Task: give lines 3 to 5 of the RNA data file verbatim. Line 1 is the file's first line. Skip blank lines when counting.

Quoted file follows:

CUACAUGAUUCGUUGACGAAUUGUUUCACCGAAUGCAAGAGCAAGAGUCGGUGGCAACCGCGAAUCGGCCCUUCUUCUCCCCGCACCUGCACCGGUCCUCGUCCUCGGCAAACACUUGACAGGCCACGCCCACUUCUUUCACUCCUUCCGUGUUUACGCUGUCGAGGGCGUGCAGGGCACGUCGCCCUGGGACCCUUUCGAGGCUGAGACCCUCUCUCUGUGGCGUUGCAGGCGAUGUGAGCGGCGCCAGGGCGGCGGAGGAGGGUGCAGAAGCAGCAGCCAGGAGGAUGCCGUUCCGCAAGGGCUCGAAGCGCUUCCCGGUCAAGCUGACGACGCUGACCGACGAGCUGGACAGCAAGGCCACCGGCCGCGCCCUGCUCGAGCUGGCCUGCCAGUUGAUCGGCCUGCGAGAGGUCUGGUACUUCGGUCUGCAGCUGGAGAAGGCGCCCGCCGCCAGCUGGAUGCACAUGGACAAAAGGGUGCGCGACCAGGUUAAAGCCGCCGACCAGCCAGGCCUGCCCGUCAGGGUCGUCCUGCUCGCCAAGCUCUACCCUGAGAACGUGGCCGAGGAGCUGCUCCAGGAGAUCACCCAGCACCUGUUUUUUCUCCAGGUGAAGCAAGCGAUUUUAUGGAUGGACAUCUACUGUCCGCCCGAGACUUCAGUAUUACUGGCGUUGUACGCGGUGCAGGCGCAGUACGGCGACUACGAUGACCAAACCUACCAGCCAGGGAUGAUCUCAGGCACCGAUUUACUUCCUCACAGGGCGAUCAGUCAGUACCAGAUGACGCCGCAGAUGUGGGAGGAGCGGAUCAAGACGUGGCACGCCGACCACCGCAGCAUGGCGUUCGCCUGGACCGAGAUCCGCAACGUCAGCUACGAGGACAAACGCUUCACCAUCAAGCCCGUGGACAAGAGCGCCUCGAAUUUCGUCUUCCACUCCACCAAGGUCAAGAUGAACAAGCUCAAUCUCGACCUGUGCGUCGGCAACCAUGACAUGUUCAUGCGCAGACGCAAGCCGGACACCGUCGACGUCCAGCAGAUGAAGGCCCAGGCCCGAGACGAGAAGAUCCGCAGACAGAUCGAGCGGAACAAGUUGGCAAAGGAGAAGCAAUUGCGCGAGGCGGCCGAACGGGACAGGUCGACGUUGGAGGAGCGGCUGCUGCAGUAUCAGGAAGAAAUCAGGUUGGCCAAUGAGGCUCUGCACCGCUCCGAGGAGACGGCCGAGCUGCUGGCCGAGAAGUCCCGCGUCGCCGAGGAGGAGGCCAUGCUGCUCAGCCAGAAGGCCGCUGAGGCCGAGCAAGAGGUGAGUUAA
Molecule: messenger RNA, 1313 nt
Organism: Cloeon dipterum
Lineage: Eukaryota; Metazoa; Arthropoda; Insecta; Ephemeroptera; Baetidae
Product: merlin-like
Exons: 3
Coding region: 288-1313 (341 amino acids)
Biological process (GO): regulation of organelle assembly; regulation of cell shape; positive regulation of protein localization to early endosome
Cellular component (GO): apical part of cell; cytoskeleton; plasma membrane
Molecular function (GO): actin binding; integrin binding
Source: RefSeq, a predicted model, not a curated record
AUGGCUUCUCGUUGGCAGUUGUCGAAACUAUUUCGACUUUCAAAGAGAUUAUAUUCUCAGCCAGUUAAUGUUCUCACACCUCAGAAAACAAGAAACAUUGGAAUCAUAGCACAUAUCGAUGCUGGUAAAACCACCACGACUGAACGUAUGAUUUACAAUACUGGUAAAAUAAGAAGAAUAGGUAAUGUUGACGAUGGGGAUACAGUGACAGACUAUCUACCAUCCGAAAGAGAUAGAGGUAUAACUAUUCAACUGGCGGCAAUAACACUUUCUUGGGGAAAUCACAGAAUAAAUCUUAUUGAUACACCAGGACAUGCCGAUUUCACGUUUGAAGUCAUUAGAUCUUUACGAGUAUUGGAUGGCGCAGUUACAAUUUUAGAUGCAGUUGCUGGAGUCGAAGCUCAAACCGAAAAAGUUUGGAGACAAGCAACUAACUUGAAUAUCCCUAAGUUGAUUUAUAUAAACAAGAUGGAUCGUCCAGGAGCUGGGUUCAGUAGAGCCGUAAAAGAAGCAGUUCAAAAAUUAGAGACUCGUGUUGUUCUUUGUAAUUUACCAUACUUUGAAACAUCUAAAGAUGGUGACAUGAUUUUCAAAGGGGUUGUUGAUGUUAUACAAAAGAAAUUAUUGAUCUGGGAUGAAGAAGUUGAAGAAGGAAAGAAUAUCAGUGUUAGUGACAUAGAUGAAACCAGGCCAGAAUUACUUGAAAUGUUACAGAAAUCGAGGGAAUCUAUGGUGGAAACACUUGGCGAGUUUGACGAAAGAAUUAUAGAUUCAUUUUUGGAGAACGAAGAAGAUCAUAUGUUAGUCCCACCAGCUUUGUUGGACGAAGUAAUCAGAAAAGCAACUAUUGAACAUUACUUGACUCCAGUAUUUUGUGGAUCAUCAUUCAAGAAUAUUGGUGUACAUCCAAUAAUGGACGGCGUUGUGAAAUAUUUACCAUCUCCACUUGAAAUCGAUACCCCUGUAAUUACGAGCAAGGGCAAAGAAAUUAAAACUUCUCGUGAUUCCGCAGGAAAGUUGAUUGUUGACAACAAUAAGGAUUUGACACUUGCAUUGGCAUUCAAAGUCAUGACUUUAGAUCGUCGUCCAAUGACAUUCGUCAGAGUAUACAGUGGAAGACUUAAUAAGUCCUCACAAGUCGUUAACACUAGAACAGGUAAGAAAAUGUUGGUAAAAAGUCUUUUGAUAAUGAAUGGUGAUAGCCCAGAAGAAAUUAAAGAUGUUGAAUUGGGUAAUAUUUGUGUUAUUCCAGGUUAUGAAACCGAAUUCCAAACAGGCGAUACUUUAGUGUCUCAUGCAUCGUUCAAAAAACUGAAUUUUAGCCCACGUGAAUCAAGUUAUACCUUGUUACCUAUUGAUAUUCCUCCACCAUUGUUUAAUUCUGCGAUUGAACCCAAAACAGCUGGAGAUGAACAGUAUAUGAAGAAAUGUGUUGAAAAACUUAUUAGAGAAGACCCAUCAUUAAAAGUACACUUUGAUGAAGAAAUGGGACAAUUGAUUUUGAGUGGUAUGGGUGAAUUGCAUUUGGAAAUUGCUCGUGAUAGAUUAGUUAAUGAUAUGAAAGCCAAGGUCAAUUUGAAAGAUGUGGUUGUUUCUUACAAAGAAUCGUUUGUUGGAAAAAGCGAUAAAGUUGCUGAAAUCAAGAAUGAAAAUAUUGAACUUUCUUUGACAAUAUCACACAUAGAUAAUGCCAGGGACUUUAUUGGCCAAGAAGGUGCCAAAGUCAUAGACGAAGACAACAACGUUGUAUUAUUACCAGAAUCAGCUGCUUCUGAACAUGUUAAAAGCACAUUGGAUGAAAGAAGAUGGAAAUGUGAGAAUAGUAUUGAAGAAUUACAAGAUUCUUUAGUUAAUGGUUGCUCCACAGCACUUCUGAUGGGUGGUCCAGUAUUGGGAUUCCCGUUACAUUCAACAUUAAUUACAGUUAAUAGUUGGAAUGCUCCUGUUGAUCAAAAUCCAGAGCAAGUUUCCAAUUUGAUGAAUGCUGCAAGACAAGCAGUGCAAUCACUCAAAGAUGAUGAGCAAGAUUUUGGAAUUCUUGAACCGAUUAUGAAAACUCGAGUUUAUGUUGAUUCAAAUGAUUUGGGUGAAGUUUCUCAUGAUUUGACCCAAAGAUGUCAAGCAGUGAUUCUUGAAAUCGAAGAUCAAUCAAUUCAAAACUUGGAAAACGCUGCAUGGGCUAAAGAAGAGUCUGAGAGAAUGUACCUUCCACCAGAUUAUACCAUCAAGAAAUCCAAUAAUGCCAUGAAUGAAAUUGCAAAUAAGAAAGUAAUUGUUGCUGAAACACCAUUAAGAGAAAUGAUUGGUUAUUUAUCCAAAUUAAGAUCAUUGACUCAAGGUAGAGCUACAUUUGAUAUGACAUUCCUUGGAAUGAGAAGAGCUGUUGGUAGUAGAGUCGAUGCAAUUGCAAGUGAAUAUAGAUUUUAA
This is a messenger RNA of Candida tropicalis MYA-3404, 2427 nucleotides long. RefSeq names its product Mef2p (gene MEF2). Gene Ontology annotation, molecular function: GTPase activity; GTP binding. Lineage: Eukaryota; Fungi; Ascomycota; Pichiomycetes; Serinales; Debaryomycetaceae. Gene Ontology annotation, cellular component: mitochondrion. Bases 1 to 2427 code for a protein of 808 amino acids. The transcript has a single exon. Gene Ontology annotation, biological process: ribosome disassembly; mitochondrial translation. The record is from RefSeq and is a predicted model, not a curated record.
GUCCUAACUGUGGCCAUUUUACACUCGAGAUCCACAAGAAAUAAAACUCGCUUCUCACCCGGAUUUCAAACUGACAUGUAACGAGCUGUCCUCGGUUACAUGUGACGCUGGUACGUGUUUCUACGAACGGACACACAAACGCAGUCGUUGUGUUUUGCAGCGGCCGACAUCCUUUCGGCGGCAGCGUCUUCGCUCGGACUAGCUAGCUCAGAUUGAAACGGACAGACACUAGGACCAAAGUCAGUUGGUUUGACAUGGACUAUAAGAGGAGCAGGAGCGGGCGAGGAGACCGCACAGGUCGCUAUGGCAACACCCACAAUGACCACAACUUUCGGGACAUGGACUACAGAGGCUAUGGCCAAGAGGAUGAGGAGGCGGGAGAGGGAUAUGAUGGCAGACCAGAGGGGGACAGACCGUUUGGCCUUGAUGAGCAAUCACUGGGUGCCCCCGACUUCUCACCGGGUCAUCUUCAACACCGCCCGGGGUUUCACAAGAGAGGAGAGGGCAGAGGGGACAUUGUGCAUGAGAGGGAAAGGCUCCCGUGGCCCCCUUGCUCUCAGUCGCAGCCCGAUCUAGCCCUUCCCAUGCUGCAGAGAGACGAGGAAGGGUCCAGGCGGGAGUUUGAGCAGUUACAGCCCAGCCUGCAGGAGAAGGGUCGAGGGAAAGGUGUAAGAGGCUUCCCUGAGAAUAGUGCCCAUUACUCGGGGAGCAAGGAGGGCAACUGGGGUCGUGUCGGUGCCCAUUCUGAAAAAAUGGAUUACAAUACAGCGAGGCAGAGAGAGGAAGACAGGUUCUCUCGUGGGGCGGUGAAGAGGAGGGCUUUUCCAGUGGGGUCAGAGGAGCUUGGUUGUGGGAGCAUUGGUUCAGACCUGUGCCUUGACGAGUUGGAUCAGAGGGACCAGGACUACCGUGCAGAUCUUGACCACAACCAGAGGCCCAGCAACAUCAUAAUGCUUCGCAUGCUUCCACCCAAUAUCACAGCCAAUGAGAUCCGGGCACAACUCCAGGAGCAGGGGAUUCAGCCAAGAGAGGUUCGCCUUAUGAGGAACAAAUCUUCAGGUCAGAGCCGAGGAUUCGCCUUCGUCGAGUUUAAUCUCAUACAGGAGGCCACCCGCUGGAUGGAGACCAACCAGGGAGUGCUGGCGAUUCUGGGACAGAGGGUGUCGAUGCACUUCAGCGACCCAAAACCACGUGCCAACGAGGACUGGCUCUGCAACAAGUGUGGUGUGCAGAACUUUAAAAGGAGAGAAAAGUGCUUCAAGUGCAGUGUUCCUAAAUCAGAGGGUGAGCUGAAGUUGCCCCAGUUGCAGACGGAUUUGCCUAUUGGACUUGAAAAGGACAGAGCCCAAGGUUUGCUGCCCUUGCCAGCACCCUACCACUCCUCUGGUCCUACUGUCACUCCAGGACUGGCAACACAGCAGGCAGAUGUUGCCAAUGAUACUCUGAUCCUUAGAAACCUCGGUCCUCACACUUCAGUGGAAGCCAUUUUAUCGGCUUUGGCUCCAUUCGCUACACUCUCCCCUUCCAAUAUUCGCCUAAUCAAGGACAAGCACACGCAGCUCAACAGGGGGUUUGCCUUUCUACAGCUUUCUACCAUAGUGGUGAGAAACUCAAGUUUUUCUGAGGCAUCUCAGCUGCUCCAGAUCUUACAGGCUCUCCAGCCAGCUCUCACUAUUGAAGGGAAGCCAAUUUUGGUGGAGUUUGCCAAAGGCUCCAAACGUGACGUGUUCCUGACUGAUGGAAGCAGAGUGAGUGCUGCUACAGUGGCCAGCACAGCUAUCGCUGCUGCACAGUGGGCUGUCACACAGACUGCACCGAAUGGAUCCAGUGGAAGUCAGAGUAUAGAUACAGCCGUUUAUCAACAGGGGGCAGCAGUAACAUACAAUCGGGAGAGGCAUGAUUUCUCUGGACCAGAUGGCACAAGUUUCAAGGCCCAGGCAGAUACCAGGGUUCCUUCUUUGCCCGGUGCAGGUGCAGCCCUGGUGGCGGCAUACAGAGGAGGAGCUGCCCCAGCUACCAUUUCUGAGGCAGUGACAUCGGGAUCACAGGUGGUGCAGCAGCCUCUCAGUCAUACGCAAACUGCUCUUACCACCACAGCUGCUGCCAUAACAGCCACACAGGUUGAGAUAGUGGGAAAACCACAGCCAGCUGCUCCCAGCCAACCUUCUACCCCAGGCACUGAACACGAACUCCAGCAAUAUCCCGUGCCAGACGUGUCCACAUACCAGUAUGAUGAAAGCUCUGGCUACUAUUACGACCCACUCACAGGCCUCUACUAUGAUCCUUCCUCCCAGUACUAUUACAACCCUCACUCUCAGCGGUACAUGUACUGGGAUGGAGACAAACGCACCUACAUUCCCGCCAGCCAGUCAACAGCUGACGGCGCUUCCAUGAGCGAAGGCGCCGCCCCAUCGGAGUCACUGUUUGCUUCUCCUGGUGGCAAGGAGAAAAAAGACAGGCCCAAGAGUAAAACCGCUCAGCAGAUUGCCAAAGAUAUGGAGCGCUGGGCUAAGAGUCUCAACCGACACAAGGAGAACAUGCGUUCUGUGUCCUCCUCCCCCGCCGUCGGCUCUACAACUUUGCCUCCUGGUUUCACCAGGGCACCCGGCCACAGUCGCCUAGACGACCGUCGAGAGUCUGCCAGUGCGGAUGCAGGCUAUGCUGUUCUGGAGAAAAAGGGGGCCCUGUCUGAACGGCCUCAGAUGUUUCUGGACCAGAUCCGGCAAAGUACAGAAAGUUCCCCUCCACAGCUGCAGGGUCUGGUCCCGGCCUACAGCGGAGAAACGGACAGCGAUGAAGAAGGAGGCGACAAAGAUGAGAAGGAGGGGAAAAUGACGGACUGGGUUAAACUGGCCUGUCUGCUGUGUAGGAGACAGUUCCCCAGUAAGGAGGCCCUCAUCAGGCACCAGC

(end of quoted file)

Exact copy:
Organism: Cloeon dipterum
Lineage: Eukaryota; Metazoa; Arthropoda; Insecta; Ephemeroptera; Baetidae
Product: merlin-like